Now sew together two 2 1/2 inch inch pieces to form another 4 1/2 in square.
Arrange the four squares in a pleasing manner.
Sew together to make one side of the square pot holder.
In no time at all, you will have sewed together several. My stack of charms had 28 pieces so I eventually made seven pot holders.
Now cut 10 inch squares of Insul-Bright, one for each pot holder.
Also cut ten inch squares of left-over batting.
Also cut coordinating binding. You will need one WOF strip 2 1/2 inches wide. I had some of Lori's Sew Cherry line which has strips of different colors and patterns. I decided to use polka dots for the bindings.
Also cut ten inch squares of backing fabric. All these pieces will be bigger than your quilt block but it will make it easier to machine quilt and then trim to size.
Now make a sandwich of backing, Insul-Bright, batting, and then pieced top.
Machine quilt on the diagonal.
Cut off excess and square up corners.
It will look like this and be about 8 1/4 inches square.
Iron your binding strip folding it in half.
Sew binding with 1/4 inch seam around three corners and leaving about two inches at end.
Trim binding even with edge on last corner.
Hand stitch binding down by hand.
Decide how big you want your loop to be and trim binding.
Sew loop piece by machine leaving two inch space on pot holder unsewn.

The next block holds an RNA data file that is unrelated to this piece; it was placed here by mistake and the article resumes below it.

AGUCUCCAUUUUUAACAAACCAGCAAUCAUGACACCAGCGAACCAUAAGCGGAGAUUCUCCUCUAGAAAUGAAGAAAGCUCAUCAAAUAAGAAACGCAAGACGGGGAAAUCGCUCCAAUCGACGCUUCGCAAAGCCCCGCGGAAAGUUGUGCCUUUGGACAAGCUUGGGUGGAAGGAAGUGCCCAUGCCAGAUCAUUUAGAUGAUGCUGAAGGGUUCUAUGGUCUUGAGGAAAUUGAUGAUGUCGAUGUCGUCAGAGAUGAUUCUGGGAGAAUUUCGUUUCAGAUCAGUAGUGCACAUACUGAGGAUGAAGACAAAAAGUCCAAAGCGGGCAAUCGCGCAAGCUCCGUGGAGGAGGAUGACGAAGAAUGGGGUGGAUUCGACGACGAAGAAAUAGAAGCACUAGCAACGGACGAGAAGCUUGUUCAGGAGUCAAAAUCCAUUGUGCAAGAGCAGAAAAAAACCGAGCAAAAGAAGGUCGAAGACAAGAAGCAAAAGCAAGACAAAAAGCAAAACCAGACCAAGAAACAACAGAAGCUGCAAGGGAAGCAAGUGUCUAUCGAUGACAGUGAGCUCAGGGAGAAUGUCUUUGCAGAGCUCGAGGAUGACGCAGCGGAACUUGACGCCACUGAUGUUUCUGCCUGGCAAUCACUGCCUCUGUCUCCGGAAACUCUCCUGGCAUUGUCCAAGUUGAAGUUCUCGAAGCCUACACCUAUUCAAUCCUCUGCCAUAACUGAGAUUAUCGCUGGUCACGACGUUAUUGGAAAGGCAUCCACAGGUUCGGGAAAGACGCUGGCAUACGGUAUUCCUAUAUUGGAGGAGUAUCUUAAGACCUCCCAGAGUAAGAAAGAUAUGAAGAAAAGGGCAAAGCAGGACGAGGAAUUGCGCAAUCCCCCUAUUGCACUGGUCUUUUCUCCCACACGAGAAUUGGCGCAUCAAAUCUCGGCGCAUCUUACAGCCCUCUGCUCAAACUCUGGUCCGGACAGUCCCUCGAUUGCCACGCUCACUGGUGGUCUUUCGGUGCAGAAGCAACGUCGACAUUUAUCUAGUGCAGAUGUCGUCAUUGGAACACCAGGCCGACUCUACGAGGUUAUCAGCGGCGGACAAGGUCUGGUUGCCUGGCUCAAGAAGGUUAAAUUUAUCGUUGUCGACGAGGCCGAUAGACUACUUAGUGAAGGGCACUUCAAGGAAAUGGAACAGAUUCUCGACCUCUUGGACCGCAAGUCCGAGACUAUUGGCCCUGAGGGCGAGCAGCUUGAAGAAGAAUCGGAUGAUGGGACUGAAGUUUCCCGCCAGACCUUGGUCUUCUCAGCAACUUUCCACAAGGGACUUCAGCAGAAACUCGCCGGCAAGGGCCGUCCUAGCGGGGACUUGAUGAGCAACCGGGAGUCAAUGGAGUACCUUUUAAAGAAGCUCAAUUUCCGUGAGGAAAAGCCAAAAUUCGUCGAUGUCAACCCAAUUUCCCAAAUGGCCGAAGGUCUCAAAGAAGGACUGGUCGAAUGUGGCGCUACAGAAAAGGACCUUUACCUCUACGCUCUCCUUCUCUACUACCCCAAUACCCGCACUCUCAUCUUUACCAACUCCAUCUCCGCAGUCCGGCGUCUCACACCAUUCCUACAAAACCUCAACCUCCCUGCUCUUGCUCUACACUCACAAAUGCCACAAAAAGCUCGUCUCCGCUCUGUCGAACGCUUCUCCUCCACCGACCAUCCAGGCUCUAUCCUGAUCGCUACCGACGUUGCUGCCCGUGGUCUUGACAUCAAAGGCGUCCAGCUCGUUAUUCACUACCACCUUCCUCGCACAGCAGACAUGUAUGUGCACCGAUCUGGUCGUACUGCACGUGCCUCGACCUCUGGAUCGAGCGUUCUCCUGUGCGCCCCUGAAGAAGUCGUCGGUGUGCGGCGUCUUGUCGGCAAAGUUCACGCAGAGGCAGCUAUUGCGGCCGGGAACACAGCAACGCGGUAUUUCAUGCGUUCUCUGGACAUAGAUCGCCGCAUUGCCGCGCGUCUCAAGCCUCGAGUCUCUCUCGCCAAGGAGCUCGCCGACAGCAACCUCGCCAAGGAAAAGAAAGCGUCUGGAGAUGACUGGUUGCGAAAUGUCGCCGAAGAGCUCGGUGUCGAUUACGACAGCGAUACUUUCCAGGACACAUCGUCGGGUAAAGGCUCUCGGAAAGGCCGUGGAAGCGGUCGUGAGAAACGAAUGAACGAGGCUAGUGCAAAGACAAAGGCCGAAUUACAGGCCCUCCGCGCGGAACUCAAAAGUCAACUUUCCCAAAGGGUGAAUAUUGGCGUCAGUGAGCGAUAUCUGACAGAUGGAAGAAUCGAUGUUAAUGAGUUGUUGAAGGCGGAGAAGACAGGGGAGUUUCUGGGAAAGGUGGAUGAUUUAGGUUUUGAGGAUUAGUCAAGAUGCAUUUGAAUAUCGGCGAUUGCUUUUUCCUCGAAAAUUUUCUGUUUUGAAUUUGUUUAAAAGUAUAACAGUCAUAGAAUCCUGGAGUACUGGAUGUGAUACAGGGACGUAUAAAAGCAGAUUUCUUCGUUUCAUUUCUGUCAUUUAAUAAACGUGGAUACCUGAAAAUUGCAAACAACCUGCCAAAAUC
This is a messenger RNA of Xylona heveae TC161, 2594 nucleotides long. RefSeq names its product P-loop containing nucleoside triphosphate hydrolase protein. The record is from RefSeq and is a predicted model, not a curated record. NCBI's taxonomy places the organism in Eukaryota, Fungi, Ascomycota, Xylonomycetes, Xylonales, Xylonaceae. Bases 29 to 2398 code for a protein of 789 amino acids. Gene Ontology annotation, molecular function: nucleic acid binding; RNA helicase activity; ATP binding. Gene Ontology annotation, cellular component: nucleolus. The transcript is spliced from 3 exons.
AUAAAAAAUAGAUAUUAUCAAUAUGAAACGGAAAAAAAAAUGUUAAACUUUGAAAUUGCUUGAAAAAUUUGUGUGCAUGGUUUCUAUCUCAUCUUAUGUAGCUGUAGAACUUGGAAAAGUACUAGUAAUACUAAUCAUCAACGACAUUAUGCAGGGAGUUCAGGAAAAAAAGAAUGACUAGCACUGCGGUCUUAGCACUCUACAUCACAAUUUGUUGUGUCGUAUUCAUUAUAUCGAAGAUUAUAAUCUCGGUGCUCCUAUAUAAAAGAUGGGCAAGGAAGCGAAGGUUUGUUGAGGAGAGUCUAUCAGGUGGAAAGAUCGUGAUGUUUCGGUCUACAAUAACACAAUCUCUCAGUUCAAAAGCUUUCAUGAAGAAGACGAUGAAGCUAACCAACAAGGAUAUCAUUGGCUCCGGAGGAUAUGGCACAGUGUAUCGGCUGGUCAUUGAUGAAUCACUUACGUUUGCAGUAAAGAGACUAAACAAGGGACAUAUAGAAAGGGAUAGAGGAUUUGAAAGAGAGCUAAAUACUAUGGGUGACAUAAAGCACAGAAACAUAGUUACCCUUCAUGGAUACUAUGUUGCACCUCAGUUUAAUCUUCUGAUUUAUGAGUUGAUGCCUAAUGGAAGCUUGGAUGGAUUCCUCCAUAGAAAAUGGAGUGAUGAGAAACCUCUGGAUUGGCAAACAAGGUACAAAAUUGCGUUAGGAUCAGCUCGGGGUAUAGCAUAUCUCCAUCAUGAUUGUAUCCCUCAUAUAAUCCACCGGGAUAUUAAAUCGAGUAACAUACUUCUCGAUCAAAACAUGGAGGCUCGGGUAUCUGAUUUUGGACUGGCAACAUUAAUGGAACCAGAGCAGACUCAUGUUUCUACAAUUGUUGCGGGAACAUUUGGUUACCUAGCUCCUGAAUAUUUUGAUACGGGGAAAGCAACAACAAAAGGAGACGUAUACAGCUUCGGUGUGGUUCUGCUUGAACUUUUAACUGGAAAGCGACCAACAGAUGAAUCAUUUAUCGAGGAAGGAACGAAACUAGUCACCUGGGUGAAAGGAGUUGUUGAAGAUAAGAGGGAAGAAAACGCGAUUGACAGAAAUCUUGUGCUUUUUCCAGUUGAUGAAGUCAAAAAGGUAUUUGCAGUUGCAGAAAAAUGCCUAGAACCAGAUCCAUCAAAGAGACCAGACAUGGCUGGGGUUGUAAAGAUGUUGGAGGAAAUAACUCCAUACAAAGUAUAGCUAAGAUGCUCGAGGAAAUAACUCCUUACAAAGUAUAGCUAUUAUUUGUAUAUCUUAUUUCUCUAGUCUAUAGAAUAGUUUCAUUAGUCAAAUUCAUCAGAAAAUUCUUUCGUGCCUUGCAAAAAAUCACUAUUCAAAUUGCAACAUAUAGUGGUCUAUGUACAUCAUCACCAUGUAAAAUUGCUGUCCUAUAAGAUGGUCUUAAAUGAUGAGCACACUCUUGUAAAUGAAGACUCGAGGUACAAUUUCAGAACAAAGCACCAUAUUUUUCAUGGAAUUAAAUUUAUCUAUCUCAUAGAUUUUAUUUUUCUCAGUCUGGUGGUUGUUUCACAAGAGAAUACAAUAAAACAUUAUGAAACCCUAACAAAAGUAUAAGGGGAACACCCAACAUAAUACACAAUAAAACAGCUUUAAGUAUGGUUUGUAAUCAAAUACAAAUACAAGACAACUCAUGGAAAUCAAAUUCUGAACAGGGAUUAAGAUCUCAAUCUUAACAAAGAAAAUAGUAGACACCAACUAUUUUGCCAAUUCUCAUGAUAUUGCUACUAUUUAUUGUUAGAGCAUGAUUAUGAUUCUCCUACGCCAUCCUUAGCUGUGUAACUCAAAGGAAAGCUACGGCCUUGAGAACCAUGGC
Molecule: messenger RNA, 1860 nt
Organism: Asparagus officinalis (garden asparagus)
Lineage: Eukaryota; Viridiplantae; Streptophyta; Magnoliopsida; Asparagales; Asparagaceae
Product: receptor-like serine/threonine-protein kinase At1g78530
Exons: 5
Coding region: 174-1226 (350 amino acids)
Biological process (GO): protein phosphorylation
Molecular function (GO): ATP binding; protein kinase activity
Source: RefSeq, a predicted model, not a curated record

Now tuck in end of loop and attach remaining binding by hand.
Cute quilty pot holders with fun backs and bindings.
I rolled them up
and tied them with a ribbon to the cookbooks.
Monday, May 20, 2013
We spent a great Saturday with our grandsons. Grandpa Glen give them a little family history tour of Draper and then drove up the hill to his favorite Utah garden center, Cactus and Tropicals.
This miniature bonsai garden made me a bit excited about bonsai.
Don't you wish that you were a Borrower and could take ownership?
The nursery overlooks the city of Draper and Relation Street where Glen's mother grew up.
Glen likes to visit here because of the great variety of plants. This is where he first found his chocolate flowers.
Henry found the cactus garden with "real' cactus nestled in below the metal saguaro.
Soon, there was need for a wagon.
Grandpa Glen had found the next great thing.
Dwarfy, bushy, thornless raspberry bushes which grow best in containers.
There was one ripe raspberry which we divided into fourths. SOLD!
Glen knew just the person who would enjoy these plants.
Off they go to Uncle Lowell's new deck. I managed to slip in a beautiful lavender colored clematis for Aunt Lynette. Happy house warming gifts to both of you!
Friday, May 17, 2013
Oscar was over the top thrilled with his fire engine birthday cake which was lovingly made by his mother.
He was happy to finally finish dinner so that we could move on to the cake.
Now there were three candles to blow out.
Da Da removes the candles so that
Oscar can share his lemon flavored birthday cake
with his birthday guests. Happy Birthday Oscar!
Seems like just yesterday that you arrived.